When flying a corridor project, the known point (or benchmark) must be centrally located. If you have multiple AeroPoints, place them every ½ to ¾ mile (0.8 to 1.2 kilometers)

If your site is set up on a local grid, the known point (benchmark) must be the first point down and the last one up. 

The AeroPoint can be on either side of the corridor. We recommend placing checkpoints on important surfaces.

Six AeroPoints 

Maximum distance: 4 miles (6.4km)

Six AeroPoints + Checkpoints

Maximum distance: 4 miles (6.4km)

Six AeroPoints Leapfrogging

Maximum distance: as much as can be covered in 5 hours of flight time

If you do this, you must place a known point (benchmark) down first. Pick up this AeroPoint last. It has to be on and undisturbed for the whole survey, which has a 5-hour time limit.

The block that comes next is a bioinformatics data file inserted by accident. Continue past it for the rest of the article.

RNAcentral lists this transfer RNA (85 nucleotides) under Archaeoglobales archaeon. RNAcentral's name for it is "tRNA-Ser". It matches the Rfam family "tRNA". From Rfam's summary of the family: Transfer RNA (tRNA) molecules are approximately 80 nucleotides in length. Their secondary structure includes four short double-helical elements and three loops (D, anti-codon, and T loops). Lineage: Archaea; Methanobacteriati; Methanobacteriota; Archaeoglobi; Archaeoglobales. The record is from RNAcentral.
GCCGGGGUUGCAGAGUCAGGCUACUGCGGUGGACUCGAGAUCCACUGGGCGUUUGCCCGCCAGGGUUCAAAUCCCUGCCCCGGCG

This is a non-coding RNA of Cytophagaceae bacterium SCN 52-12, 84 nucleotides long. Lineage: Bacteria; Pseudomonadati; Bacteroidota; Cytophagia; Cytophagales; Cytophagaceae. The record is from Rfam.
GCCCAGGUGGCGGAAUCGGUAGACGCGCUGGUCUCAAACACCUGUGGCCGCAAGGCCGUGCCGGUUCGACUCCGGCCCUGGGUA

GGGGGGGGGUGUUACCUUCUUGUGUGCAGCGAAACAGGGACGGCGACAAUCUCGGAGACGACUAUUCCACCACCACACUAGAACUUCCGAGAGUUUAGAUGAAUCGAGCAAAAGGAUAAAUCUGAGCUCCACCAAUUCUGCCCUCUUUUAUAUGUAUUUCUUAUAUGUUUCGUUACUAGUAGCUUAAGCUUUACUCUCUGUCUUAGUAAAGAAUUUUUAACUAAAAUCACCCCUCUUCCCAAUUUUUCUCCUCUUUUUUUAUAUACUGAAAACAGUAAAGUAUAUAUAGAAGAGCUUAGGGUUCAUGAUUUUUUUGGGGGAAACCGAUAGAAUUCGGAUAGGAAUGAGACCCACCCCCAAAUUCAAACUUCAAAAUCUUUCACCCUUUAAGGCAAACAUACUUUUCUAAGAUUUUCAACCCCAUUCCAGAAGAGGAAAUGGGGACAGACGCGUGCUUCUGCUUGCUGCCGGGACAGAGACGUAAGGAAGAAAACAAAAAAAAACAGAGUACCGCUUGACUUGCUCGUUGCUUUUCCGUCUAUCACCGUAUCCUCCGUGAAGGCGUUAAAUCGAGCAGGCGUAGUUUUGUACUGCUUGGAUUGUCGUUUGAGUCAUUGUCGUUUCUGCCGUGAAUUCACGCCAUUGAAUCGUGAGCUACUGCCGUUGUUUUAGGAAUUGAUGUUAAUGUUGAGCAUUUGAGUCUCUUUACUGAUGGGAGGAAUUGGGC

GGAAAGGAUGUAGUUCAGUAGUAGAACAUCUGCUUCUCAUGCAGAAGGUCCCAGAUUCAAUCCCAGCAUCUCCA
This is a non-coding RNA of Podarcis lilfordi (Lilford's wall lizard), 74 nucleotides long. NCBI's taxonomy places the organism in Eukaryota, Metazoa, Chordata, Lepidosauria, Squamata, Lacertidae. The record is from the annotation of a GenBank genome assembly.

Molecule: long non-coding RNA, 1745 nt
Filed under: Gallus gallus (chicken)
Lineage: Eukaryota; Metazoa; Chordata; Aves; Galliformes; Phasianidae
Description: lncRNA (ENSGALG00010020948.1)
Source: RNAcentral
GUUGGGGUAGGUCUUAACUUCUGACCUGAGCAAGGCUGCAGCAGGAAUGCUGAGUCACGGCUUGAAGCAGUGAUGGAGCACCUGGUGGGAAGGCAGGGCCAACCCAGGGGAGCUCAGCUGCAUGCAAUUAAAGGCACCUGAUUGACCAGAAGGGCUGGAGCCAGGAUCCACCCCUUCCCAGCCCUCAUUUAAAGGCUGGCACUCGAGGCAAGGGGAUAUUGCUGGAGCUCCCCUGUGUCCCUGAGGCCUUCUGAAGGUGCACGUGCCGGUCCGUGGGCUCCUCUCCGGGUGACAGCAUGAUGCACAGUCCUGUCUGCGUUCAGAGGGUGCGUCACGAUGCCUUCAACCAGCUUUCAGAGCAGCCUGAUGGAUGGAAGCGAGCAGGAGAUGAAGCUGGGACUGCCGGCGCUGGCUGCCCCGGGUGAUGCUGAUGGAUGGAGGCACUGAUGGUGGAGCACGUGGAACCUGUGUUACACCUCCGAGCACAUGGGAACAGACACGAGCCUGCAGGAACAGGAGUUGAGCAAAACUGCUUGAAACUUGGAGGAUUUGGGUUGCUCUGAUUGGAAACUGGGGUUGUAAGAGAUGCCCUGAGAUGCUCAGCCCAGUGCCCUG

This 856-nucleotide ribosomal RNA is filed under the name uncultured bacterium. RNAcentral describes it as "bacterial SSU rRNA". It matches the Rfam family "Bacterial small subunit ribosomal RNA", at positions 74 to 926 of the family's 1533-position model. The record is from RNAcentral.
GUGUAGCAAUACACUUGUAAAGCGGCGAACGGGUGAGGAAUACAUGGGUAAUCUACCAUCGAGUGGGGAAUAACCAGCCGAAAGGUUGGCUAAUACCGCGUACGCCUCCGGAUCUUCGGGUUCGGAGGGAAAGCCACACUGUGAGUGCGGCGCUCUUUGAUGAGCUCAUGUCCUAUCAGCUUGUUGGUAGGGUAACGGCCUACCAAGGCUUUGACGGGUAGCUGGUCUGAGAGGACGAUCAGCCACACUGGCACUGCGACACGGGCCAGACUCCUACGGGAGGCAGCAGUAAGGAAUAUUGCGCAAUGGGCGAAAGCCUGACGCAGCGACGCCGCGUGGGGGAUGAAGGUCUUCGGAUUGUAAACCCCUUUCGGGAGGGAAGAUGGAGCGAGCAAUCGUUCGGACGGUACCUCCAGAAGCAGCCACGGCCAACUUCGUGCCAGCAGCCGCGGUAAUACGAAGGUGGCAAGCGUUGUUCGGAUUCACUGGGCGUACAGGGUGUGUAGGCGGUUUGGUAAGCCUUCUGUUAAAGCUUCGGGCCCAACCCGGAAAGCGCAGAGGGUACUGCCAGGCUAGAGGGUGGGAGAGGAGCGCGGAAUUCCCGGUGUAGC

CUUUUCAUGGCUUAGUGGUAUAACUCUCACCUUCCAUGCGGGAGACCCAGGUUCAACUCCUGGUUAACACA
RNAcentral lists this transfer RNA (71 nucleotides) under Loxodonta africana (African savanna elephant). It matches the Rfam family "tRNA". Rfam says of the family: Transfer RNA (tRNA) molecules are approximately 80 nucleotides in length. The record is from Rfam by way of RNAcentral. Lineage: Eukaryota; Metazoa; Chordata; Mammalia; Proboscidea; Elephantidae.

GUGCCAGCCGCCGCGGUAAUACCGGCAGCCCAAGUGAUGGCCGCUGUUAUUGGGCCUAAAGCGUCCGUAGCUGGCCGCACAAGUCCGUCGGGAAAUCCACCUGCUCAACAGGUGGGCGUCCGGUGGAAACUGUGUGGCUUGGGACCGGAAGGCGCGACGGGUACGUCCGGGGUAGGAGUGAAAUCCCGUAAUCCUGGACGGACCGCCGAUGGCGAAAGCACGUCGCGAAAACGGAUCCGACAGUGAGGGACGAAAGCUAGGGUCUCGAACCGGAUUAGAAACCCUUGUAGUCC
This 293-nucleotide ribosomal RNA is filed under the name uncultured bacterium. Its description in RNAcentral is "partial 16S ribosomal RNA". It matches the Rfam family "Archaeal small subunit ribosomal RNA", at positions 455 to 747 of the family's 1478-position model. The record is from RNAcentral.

The others can be turned off, moved, and turned back on to continue the survey. Your AeroPoints should be placed every ½ to ¾ mile (0.8 to 1.2km). 

One AeroPoint

Maximum distance: 1 mile (1.6km)

We do not recommend only using one AeroPoint to fly a corridor project

If you must, you can use one AeroPoint to fly very short corridors, but the accuracy degrades after one mile. The accuracy along that short corridor can be supplemented by using additional ground control points (GCPs) and checkpoints, but the maximum distance cannot be increased. 

One AeroPoint + Ground Control Points / Checkpoints 

Maximum distance: 1 mile (1.6km)

I still can't do it! 

We wrote these articles to arm you with everything you need to get the job done on your own, but we understand that sometimes this isn't sufficient.

If you're stuck, the Propeller hardware support team may be able to help. You can contact our support team by emailing hardwaresupport@propelleraero.com.au.